this in the perl parser, which we long term intend to change anyway in
    order to resolve the whole qr// as closure stuff as well as variable
    bindings amongst other issues.

    Probably a good idea if Dave Mitchell speaks up on this one as to my
    knowledge he has the most developed idea of the future of this.
    The bug's definitely in the perl parser, and I still intend to fix it post
    5.10.0. The fix is kinda orthogonal to the qr// and closure stuff.
    Actually, there's a bit of uncertainty as to whether I cans still do that
    qr// stuff, now that there's an API been added to the regex parser: I
    don't think it can can handle want I would like to pass to it (a mixture
    of const strings and snippets of opcode trees), of if I could pass it,
    whether other plugged-in engines (sucha as PCRE) wouldn't choke on it.
    Anyway, I haven't looked closely at it yet.

    --
    Gravity is just a theory; teach Intelligent Falling in our schools!
    http://www.theonion.com/content/node/39512
  • Demerphq at Oct 30, 2007 at 3:30 pm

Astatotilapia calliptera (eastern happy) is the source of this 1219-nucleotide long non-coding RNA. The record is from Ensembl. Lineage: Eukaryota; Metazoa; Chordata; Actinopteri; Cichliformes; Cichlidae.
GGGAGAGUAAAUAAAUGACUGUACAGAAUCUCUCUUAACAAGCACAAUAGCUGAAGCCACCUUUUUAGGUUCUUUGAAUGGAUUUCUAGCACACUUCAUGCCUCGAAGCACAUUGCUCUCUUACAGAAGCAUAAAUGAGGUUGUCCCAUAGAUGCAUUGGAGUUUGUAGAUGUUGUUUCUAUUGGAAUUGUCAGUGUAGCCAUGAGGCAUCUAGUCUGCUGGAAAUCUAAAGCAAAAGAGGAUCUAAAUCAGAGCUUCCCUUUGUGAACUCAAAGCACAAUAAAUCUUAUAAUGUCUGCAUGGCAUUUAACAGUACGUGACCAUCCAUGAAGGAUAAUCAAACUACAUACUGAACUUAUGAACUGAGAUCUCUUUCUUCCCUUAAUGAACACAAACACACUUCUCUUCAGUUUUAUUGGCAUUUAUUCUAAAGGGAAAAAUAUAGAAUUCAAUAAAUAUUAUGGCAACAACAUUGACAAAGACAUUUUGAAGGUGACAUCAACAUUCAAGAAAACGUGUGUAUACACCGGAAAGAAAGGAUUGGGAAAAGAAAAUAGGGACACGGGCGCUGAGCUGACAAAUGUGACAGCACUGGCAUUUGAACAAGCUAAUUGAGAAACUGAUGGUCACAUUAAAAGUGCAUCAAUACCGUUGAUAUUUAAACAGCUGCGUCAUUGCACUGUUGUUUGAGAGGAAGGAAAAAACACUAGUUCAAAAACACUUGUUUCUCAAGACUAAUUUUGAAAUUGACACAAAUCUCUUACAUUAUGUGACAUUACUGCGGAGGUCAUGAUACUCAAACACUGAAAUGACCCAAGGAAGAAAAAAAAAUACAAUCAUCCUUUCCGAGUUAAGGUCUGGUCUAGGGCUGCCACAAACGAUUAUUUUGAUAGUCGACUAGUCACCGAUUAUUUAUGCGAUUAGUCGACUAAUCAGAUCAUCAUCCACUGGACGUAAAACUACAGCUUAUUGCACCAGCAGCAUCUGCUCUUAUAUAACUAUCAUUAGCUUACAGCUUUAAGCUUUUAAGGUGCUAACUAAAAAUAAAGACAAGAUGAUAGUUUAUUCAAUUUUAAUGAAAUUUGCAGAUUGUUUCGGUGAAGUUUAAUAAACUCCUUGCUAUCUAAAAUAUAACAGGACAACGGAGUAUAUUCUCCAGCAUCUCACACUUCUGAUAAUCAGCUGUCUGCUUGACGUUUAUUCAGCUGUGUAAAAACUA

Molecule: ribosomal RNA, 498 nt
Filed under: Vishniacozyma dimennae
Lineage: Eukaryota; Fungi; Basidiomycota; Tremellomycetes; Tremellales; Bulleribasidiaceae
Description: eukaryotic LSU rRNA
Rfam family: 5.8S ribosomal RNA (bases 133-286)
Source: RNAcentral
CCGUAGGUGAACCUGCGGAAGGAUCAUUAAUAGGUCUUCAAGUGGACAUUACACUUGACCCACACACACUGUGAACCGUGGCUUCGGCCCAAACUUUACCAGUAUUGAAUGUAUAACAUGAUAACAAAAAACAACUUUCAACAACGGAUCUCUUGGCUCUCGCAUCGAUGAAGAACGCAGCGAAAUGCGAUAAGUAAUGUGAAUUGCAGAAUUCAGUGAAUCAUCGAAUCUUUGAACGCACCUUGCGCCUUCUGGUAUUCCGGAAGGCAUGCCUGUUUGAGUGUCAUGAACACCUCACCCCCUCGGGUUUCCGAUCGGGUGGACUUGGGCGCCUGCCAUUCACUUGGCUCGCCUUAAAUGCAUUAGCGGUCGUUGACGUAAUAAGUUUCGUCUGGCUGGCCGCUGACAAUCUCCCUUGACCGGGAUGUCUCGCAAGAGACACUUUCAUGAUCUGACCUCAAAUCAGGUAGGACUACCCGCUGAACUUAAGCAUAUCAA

On 10/30/07, Dave Mitchell wrote:
    On Tue, Oct 30, 2007 at 03:04:28PM +0100, demerphq wrote:
    Probably is. But im not entirely comfortable with the original patch.
    Its not clear to me that we can change this behaviour anymore. At
    least not in the regex engine. Its actually probably easier to change
    this in the perl parser, which we long term intend to change anyway in
    order to resolve the whole qr// as closure stuff as well as variable
    bindings amongst other issues.

    Probably a good idea if Dave Mitchell speaks up on this one as to my
    knowledge he has the most developed idea of the future of this.
    The bug's definitely in the perl parser, and I still intend to fix it post
    5.10.0. The fix is kinda orthogonal to the qr// and closure stuff.